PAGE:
The Beginnings of Christianity: An Introduction to the New Testament

Overview

To understand the historical beginnings of Christianityrequires one not only to examine the documents that the movement produced, but also toscrutinize other evidence--historical, literary, and archaeological--that can illumine thesocio-cultural context in which Christianity began and how it responded to the influencesthat derived from that setting. This involves not only analysis of the readily accessiblecontent of the relevant literary evidence, but also attention to the world-views andassumptions about reality...

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Overview

To understand the historical beginnings of Christianityrequires one not only to examine the documents that the movement produced, but also toscrutinize other evidence--historical, literary, and archaeological--that can illumine thesocio-cultural context in which Christianity began and how it responded to the influencesthat derived from that setting. This involves not only analysis of the readily accessiblecontent of the relevant literary evidence, but also attention to the world-views andassumptions about reality that are inherent in these documents and other phenomena thathave survived from this period. Attention to the roles of leadership and the modes offormation of social identity in Judaism and the continuing influence of these developments as Christianity began to take shape is important for historical analysis. Distinguished New Testament scholar Kee performs such readings of the texts and communities in this dazzling study of early Christian origins. In methodological terms, the historical study of Christian Origins in all its diversity must involve three different modes of analysis: (1) epistemological, (2) sociological, and (3) eschatological. The first concerns the way in which knowledge and communication of it were perceived. The second seeks to discern the way in which the community or tradition preserving and conveying this information defined its group identity and its shared values and aims. The third focuses on the way in which the group understood and affirmed its ultimate destiny and that of its members in the purpose of God. These factors are interrelated, and features of one mode of perception strongly influence details of the others, but it is useful to consider each of them in its own category in order to discern with greater precision the specific historical features of the spectrum of facets which appear in the evidence that has survived concerning the origins of Christianity.

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Editorial Reviews

Library Journal
Kee (professor emeritus, Boston Univ.; The Cambridge Companion to the Bible) has written several significant books on the New Testament. He now brings his vast reservoir of knowledge and experience to the task of writing an introduction to the New Testament. The result is an informative, carefully crafted work of scholarship. Kee examines the early New Testament period using three different analytical methods: epistemological, sociological, and eschatological. This approach adds richness and depth to his study. Five chapters cover the impact of Greco-Roman culture and politics on Judaism, the Jesus tradition and the formation of the new covenant community, Paul and the apostolic traditions, noncanonical apostolic traditions, and emerging structures of early Christianity. Best suited for graduate and seminary students, though upper-level undergraduates majoring in religious studies could benefit as well, this is recommended for academic libraries.-John Jaeger, Dallas Baptist Univ. Lib. Copyright 2006 Reed Business Information.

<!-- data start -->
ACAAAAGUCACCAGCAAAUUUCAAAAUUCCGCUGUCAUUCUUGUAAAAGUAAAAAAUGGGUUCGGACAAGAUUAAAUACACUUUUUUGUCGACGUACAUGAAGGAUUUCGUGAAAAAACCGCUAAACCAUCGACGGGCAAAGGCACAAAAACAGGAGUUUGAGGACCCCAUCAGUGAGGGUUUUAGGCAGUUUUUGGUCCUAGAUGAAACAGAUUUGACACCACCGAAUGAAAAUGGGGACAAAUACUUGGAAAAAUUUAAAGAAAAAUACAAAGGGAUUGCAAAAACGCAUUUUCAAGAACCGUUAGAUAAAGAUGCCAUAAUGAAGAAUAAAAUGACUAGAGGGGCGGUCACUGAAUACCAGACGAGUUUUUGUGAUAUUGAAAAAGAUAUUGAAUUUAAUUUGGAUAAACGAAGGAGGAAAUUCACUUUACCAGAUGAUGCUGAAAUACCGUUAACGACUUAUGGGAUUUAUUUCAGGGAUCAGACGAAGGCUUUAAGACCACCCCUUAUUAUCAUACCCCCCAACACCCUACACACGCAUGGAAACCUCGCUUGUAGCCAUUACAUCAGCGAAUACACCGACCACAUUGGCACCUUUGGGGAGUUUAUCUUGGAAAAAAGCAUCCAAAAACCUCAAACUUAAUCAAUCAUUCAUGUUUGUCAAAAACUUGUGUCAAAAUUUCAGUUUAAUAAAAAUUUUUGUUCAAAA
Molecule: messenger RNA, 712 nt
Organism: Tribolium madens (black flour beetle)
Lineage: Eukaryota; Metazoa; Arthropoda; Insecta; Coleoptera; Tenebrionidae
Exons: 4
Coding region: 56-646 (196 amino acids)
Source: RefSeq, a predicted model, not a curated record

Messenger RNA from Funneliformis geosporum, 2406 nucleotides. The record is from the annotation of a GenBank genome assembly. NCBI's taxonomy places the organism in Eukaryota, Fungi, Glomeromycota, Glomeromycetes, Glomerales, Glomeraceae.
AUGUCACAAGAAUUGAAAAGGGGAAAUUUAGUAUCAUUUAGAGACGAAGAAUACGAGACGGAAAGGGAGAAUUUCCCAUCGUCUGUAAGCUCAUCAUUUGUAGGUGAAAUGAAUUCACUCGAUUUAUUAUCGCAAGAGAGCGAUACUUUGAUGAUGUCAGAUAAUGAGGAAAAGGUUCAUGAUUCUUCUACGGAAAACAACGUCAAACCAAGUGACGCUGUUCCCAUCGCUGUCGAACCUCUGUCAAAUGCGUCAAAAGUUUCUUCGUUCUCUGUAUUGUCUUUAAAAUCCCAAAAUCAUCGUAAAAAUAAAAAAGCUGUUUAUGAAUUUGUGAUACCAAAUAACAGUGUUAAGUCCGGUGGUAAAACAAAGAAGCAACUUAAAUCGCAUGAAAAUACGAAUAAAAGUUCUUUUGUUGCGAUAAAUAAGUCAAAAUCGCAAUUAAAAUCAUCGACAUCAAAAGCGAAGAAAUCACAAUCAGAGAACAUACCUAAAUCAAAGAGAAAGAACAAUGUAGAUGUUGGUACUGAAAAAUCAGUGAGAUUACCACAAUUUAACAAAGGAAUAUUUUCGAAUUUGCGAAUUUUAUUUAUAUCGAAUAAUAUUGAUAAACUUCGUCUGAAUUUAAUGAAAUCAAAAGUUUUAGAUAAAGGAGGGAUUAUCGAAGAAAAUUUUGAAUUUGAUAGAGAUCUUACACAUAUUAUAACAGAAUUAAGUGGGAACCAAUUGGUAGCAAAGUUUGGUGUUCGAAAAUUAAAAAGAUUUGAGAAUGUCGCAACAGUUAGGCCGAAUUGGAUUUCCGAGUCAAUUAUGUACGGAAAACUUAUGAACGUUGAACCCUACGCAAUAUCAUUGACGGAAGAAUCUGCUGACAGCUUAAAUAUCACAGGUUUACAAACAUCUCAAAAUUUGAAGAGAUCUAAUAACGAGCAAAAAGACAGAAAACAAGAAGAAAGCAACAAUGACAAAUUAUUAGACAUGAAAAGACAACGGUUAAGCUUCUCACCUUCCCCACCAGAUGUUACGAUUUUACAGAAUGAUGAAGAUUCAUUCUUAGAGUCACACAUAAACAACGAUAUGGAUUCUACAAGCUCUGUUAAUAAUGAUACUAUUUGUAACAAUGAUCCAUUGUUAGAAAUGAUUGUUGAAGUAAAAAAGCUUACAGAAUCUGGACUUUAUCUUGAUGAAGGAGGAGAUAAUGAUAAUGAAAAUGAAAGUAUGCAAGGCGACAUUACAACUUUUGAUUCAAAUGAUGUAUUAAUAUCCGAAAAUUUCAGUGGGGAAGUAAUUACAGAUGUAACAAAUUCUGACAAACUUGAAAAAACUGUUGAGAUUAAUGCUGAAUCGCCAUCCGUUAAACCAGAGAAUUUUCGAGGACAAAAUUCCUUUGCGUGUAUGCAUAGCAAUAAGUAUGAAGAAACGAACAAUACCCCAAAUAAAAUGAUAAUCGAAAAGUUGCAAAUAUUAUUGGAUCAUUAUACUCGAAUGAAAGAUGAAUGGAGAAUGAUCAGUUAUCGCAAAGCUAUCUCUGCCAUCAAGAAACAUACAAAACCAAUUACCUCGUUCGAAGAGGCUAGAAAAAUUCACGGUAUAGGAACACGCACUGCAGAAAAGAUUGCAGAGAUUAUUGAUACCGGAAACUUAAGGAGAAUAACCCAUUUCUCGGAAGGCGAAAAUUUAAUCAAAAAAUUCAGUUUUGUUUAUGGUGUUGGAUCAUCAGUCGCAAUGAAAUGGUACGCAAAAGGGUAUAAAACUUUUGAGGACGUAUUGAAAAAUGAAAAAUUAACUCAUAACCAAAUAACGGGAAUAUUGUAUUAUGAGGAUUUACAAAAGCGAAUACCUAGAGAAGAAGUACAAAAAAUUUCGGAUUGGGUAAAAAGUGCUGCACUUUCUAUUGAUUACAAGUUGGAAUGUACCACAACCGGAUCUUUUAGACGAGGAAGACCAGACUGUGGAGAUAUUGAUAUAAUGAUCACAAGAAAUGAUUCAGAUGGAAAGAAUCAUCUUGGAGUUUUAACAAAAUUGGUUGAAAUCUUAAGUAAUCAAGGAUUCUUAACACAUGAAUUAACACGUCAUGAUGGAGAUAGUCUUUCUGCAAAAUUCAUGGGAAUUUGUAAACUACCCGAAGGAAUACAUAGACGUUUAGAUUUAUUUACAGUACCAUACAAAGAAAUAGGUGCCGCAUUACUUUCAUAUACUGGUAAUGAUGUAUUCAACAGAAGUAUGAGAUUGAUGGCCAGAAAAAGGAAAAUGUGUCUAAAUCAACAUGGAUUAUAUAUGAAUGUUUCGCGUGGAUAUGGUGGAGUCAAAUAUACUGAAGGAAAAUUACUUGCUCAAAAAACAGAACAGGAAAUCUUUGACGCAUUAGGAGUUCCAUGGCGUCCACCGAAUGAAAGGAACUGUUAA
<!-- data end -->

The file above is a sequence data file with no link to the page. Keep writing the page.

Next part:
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Product Details

  • ISBN-13: 9780567027412
  • Publisher: Bloomsbury Academic
  • Publication date: 11/22/2005
  • Edition description: ANN
  • Edition number: 1
  • Pages: 510
  • Product dimensions: 6.00 (w) x 9.00 (h) x 1.02 (d)

Meet the Author

Howard Clark Kee is Professor of Religion Emeritus of Graduate Studies and Religion at Boston University and is now Visiting Scholar at the University of Pennsylvania. He is author of several acclaimed books including Understanding the New Testament, The Cambridge Companion to the Bible, Miracles in the Early Christian World, and Jesus in History.

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Table of Contents

Introduction : methods and resources for the history of Christian origins 1
1 The impact of Graeco-Roman politics and culture on Judaism 11
2 The Jesus tradition and the formation of the new covenant community 63
3 Paul and the apostolic traditions : Christianity extends into the wider Graeco-Roman world 213
4 The noncanonical apostolic traditions 343
5 The emerging structures of early Christianity : modes of achieving theological and social unity 367
Excursus 1 Changing historical models in the biblical tradition 425
Excursus 2 Changing historical methods in the study of Christian origins 433
Excursus 3 Wisdom and gnosticism : origins and impact on Christianity 443
Excursus 4 The multiple impact of stoicism on the origins of Christianity 451
Excursus 5 Facing the future : common themes in Jewish apocalyptic and Graeco-Roman philosophy and literature 463
Excursus 6 Bridal imagery in the mysteries of the Kabeiroi and of Serapis 481
Excursus 7 The kingdom of God in the Pauline letters 483
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